I recently wrote about different styles for couples and how couples therapy can help. Seeing that you are different and that you both feel right about your way is a significant step. Usually, when couples get to this place in couples counseling and they realize “we both are right” or “we both feel we are right” they sit quietly with a “deer-in-the-headlights” look—they don’t know what to do next. The simple answer is to keep going with the discussion, keeping in mind that you are both right.
Fighting has a lot to do with “I am right and you are wrong” whether folks have that consciously in their mind or not. Shifting to “we are both right” and then “we are both right and what are we going to do about it” are great, significant steps, because it is no long one against the other but “what can we do?” “We” do is very different than “you need to change.” Again, continuing the discussion with “we are both right” kept close at hand, kept in mind, changes the tone of the argument. That is a very big change.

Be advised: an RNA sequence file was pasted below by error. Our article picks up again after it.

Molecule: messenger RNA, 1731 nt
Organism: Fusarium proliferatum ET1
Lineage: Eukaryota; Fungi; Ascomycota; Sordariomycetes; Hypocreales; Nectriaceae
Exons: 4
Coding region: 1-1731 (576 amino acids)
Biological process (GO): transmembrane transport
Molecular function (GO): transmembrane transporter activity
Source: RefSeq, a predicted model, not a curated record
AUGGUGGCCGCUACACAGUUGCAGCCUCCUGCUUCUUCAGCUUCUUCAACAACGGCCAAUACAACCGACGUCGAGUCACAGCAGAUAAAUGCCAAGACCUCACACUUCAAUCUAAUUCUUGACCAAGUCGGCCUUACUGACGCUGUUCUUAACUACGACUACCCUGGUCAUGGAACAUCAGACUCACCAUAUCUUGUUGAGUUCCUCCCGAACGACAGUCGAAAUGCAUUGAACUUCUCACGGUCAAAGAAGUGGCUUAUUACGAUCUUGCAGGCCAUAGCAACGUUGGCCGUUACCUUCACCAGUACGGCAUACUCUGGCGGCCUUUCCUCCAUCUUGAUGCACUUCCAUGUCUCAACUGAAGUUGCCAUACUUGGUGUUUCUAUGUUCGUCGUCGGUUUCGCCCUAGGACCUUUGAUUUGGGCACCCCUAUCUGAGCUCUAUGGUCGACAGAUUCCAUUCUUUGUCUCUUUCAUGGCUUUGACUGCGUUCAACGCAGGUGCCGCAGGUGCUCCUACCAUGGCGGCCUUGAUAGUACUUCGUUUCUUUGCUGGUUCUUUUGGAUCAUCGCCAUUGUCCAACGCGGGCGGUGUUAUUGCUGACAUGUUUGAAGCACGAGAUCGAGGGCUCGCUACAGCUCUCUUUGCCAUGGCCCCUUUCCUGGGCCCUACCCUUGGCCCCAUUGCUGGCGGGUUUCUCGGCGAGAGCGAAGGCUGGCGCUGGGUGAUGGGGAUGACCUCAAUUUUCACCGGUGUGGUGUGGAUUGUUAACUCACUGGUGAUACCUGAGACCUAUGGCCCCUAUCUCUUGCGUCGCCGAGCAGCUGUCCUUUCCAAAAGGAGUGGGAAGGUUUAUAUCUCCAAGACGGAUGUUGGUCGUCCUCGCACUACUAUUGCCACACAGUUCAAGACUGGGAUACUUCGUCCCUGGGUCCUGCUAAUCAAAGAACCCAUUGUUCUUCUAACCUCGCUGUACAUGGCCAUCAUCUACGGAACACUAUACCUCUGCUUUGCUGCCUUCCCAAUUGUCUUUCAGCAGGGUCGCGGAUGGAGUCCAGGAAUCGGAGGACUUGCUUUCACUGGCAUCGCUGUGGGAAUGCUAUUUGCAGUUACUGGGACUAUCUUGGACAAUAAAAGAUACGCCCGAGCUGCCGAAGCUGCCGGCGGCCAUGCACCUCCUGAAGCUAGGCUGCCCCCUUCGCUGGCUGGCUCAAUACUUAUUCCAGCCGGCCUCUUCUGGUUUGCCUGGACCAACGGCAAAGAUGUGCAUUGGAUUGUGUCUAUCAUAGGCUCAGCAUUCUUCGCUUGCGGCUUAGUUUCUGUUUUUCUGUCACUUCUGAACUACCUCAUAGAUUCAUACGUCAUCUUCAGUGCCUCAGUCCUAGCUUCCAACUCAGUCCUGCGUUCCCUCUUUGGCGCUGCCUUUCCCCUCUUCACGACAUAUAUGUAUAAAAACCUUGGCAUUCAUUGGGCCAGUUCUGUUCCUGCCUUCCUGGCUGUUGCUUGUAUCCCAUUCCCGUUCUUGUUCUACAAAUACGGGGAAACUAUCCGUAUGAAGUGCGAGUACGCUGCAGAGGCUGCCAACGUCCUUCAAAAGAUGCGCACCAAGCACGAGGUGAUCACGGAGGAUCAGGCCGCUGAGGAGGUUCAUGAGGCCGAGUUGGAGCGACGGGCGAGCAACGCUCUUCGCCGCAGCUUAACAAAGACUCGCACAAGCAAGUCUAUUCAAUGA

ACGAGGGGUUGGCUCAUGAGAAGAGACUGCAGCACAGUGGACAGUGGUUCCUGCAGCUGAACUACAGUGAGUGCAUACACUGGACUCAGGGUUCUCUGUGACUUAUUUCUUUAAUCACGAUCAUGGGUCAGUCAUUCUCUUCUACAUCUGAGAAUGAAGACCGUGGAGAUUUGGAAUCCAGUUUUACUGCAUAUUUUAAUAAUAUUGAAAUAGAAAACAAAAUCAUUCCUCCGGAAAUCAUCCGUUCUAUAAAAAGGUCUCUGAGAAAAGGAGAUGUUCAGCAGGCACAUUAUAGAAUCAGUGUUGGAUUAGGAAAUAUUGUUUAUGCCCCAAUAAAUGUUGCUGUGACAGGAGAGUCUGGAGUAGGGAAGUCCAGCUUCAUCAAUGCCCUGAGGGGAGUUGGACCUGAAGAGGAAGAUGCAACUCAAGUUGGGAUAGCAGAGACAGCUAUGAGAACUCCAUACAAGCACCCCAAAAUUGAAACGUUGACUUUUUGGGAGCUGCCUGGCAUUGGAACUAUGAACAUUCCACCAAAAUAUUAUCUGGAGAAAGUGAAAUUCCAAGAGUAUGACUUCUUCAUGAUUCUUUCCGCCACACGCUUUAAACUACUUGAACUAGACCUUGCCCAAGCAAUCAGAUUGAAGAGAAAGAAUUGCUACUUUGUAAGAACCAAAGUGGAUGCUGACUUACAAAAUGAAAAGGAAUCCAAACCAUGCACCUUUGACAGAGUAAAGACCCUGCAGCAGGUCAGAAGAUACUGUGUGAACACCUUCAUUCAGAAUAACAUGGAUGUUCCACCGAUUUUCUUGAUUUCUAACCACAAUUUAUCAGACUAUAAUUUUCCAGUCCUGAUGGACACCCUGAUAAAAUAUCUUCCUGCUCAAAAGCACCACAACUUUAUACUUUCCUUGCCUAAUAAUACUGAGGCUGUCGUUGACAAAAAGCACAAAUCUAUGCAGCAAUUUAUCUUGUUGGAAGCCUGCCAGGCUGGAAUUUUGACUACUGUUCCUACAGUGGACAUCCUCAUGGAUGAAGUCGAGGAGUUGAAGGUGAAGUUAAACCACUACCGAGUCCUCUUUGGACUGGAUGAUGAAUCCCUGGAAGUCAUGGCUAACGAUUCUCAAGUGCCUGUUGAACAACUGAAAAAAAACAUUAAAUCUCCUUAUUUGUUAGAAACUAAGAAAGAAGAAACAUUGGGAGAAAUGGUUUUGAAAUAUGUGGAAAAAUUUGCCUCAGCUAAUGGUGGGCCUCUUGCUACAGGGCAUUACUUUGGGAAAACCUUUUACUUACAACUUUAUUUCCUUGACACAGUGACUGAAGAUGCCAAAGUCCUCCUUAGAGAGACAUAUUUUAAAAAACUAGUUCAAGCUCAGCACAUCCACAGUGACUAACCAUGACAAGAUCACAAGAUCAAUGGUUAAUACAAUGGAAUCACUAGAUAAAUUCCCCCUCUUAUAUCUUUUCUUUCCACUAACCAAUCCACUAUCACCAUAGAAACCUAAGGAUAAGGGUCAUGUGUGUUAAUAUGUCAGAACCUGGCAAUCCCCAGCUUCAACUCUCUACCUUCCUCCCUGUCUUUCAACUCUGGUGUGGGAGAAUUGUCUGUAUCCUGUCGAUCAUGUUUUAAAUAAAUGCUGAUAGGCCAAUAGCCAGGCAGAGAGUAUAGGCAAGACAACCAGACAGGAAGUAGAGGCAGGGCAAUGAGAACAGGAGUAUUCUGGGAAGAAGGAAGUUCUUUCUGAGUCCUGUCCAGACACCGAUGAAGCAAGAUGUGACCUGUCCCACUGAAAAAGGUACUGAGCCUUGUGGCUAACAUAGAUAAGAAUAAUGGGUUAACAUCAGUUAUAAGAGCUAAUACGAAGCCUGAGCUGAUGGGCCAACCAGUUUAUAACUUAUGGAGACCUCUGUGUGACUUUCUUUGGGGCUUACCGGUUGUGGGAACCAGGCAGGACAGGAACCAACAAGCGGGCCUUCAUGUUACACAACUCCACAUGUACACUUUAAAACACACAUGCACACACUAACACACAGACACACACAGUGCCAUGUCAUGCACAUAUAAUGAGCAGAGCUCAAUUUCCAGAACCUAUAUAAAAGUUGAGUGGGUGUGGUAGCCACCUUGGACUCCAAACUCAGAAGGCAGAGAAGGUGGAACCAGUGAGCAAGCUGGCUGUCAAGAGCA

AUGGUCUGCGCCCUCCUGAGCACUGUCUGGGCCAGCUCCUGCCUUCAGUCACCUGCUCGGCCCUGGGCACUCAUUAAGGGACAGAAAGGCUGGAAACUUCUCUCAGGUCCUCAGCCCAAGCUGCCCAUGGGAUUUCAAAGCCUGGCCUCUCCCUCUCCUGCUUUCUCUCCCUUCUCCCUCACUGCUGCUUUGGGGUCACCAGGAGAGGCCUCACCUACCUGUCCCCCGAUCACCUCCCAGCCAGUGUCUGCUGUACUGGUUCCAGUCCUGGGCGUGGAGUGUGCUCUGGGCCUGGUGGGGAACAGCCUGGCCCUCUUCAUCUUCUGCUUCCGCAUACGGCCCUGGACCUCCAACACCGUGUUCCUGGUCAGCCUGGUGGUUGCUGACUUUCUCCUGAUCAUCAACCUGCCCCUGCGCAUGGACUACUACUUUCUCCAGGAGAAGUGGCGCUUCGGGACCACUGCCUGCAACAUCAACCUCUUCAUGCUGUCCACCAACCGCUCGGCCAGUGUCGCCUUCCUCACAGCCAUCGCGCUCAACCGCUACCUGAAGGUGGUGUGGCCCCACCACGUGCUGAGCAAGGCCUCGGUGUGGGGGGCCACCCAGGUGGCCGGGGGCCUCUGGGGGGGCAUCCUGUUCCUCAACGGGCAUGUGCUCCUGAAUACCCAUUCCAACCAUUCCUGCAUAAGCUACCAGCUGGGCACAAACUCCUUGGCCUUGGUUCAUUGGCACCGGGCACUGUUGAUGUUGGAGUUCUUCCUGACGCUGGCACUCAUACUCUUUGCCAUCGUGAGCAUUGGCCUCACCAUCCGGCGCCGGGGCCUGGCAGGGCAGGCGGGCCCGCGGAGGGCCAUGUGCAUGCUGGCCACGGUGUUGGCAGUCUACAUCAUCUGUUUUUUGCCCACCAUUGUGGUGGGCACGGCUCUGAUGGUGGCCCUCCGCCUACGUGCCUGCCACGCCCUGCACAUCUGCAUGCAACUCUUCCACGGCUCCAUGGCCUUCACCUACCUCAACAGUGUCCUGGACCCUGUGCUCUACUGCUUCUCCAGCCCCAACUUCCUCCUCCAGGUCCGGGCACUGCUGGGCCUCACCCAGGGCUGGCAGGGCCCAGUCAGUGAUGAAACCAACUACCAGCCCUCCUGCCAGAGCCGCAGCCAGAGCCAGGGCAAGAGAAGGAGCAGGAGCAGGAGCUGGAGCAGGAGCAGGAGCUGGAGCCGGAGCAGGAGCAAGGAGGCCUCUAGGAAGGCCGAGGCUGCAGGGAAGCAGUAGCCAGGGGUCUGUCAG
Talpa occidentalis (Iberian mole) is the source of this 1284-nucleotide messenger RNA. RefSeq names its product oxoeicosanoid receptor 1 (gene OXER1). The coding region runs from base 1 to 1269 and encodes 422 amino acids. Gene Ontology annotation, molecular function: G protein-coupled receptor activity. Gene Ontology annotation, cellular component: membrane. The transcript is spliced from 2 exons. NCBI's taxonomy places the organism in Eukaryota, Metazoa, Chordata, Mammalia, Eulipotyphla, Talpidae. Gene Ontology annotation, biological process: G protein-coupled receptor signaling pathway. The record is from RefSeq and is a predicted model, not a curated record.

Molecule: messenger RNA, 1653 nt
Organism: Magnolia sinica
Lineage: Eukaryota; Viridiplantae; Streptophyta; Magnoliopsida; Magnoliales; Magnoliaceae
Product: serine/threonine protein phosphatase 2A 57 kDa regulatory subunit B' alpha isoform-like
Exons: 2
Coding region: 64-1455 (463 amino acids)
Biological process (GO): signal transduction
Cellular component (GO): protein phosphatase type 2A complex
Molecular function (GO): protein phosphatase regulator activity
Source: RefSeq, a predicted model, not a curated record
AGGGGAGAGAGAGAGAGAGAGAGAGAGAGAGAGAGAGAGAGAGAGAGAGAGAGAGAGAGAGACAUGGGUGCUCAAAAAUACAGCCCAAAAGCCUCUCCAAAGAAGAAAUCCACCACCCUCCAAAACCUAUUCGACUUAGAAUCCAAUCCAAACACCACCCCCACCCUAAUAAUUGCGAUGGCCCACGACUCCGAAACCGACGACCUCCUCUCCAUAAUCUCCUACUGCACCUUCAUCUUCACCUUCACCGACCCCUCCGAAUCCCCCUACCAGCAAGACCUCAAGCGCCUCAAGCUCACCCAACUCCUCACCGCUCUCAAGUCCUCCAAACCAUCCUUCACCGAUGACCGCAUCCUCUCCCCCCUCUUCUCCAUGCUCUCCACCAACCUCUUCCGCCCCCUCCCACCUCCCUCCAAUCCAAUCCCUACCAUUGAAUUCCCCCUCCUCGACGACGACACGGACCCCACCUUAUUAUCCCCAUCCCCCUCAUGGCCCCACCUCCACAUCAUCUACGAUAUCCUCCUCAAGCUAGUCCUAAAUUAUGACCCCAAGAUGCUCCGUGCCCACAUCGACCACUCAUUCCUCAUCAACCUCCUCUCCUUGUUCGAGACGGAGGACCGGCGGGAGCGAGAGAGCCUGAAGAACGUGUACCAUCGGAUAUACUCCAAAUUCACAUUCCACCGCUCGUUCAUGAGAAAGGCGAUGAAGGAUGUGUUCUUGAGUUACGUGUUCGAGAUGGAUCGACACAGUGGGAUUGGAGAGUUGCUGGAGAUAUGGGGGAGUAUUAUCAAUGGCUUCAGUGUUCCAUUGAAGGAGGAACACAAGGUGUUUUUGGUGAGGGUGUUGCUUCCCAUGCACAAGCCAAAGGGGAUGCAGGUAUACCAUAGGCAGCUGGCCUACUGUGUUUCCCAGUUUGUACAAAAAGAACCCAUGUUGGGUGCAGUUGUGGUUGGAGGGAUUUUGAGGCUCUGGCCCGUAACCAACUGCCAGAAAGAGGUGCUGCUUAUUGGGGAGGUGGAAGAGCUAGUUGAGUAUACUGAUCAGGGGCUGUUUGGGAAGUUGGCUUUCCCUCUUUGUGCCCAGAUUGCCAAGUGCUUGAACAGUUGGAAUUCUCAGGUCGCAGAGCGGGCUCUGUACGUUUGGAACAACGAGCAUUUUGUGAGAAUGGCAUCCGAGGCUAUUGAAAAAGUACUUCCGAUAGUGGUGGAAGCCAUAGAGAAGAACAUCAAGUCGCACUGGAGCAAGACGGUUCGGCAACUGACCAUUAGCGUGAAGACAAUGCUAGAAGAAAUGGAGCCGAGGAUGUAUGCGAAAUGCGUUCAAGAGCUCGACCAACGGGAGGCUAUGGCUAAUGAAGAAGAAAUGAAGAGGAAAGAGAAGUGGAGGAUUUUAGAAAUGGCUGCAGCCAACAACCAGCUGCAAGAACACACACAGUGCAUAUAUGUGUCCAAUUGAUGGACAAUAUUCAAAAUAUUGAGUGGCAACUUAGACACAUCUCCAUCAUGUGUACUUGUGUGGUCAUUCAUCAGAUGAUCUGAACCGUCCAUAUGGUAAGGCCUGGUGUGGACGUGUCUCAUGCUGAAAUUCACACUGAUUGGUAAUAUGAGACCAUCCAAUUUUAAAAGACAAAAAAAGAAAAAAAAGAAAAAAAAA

So in therapy, when a couple gets to “we are both right on this one,” I am gently nudging them to “keep going” and what happens is often (not always, but often) amazing: one says a solution that just might work. Or the other says a compromise. Or a new part of the issue comes up that has been the problem all along. So I say again, because the couple in couples therapy has moved from “me against you” to “we are both right,” a shift has happened that often moves to different ways of looking at the issue/problem, which releases the gridlock, and a better idea (that is more mutual than “you have to change”) arises. Try it at home (or in couples counseling if you can’t get to it at home): in an argument about x (money, or child raising, or sex, or etc.), say, “What if we are both right? What might we do?” You could move to, “What works for both of us?” Let me know how it turns out.